Times-Call (Longmont)

WWE leaning in to social media ahead of possible sale

- By Michelle Chapman

WWE, an organizati­on that is already king of the ring on social media, will attempt to expand its online presence this year with the $6.5 billion sports entertainm­ent company hinting that it may put itself up for sale.

WWE surpassed 20 million followers on its flagship Tiktok account during its most recent quarter, the first sports league to do so, and it’s launching three internatio­nal Tiktok accounts after the WWE Español Tiktok handle reached nearly 2 million followers in its first year, according to the company.

WWE’S presence online is already broad and it does not appear to be slowing down.

The company’s Youtube channel topped 92 million subscriber­s in the fourth quarter, making it one of only 10 channels on the platform to surpass the 90 million subscriber mark, according to Paul Levesque, the company’s chief content officer and director who wrestled under the name Triple H.

To put those numbers in perspectiv­e, the National Basketball Associatio­n has 19.8 million subscriber­s, the National Football League has 10.6 million, and Major League Baseball has 4.05 million.

Part of the reason is that, unlike the NFL, NBA and MLB, the WWE has no off season. It churns out new content from television shows and premium live events all year long and its fans eat it up.

The online presence of the company is so pervasive that it seeps into the social media posts from some of the world’s biggest athletes.

After defeating the Philadelph­ia Eagles in Super Bowl LVII, Kansas City Chiefs quarterbac­k and MVP Patrick Mahomes posted a photo of himself on Twitter holding the Vince Lombardi trophy in one hand, and a WWE belt in the other.

That photo has been viewed more than 23 million times and that number keeps rising.

Constant innovation­s that are blended with entertainm­ent sets WWE apart on social media platforms, said Christophe­r Zook, chairman and chief investment officer of CAZ Investment­s.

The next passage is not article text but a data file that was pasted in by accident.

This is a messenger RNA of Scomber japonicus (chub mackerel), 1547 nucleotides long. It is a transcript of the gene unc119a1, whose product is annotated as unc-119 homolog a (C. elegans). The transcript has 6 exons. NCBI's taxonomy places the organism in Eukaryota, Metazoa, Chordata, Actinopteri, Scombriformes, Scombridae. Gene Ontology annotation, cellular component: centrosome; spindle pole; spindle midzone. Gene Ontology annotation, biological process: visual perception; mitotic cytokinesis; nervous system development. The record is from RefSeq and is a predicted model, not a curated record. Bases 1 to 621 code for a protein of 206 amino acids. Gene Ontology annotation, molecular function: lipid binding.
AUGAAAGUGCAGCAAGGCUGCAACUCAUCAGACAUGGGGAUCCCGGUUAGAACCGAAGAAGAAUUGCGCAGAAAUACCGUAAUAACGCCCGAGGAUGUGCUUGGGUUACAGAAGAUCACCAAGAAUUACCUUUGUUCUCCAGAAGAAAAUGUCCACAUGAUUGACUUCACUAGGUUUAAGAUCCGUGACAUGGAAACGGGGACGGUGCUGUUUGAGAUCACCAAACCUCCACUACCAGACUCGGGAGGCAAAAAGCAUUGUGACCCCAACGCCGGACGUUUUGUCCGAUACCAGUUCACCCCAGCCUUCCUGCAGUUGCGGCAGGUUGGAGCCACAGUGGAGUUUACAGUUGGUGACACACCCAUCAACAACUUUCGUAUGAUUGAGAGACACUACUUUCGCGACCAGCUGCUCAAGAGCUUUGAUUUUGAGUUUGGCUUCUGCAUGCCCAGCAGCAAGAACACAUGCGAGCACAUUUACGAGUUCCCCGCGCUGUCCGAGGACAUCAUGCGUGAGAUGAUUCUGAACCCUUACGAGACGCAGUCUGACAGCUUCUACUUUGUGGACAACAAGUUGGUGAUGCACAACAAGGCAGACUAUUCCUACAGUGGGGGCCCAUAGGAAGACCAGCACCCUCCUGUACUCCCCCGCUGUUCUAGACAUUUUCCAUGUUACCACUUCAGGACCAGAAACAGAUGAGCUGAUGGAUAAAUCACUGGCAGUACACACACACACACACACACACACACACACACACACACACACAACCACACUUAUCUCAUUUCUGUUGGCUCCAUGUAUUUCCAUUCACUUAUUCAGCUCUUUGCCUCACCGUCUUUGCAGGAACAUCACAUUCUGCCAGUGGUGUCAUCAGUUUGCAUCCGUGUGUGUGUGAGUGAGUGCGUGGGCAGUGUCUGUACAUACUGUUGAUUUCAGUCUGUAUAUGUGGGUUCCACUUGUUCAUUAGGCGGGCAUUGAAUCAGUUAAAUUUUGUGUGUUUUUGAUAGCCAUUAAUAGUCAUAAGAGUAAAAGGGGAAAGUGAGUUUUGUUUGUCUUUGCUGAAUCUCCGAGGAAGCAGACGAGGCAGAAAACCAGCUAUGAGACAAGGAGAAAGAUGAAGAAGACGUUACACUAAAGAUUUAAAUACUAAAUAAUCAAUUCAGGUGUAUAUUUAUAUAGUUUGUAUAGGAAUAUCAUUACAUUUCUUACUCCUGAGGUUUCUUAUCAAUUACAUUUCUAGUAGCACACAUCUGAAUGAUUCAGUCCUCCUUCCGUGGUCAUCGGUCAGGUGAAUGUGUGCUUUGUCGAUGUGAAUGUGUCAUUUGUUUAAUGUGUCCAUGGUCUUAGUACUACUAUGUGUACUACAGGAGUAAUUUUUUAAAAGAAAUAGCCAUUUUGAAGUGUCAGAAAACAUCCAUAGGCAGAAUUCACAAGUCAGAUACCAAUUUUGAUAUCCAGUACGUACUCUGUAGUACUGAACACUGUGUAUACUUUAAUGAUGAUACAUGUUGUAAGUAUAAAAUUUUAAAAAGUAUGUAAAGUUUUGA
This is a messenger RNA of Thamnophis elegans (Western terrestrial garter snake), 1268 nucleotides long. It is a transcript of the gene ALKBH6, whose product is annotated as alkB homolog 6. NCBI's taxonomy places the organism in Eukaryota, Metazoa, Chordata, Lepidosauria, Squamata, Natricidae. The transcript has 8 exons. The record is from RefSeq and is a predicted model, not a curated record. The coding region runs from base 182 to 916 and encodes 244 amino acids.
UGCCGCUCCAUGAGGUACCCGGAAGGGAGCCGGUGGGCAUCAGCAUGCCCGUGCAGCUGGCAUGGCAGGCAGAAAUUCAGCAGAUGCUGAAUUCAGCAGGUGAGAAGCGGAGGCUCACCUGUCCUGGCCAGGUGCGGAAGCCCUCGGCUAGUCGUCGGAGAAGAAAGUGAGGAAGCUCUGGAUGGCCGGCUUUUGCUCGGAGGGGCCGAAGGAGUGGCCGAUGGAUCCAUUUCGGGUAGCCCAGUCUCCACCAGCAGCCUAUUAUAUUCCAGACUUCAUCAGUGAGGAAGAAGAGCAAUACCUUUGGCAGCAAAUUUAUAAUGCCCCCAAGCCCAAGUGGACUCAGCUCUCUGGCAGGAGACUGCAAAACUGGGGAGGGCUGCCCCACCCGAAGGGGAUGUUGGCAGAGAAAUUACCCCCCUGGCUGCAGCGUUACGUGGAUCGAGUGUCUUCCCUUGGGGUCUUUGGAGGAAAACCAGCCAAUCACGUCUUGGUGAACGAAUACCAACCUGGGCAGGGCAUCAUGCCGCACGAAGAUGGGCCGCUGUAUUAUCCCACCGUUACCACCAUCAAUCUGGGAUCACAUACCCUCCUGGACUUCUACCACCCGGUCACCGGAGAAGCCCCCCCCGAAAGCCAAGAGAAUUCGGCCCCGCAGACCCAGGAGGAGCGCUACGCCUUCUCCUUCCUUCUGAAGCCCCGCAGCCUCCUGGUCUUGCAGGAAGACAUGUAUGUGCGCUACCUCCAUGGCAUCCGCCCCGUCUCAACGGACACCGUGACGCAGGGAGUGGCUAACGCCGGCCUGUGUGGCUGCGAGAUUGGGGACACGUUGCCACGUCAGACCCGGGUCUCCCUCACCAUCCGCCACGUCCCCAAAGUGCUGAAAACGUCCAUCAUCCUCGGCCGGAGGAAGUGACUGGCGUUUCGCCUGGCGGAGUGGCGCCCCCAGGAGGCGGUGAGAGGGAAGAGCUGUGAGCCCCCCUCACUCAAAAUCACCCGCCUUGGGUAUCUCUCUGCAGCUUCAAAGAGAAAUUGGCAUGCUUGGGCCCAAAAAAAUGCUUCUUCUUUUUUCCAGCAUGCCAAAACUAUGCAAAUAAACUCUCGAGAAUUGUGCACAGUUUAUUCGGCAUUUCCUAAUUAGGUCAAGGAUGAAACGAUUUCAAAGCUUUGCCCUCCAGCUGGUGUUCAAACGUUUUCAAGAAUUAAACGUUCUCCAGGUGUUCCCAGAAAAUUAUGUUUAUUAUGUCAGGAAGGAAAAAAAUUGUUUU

“It has consistent­ly found ways to generate interest and stay ahead of the growing changes in consumer behavior,” Zook said.

“The viral, fan-service nature of their content is how they have built so much staying power.”

Increased sports viewership has put a premium on the value of organizati­ons with a large following and that moves WWE to the front of the line for companies looking to expand into new areas, said Zook, particular­ly when seeking to reach key demographi­cs willing to spend.

And the platforms on which the WWE is focused increasing­ly attract a crowd with discretion­ary income to spend.

Among those between the ages of 18 and 29, 95% say they use Youtube, according to a Pew Research Center survey on social media use by U.S. adults in 2021.

Tiktok is expected to overtake Facebook next year as the most-consumed social network among U.S. adults over the age of 18, according to Insider Intelligen­ce. The research firm expects 18-to-24-year-old Tiktok users in the U.S. to spend an average of 1 hour on the platform every day this year.

And WWE has been quick to partner with people that have a massive following on social media platforms, most recently the social media personalit­y Logan Paul.

Three months after signing a contract with WWE last year, Paul took out a cell phone and filmed himself jumping from the ropes and onto Roman Reigns. That video garnered more than 40 million views across Paul’s and WWE’S social platforms in less than 24 hours, according to Levesque, topping all social media posts for the Stamford, Connecticu­t, company last year.

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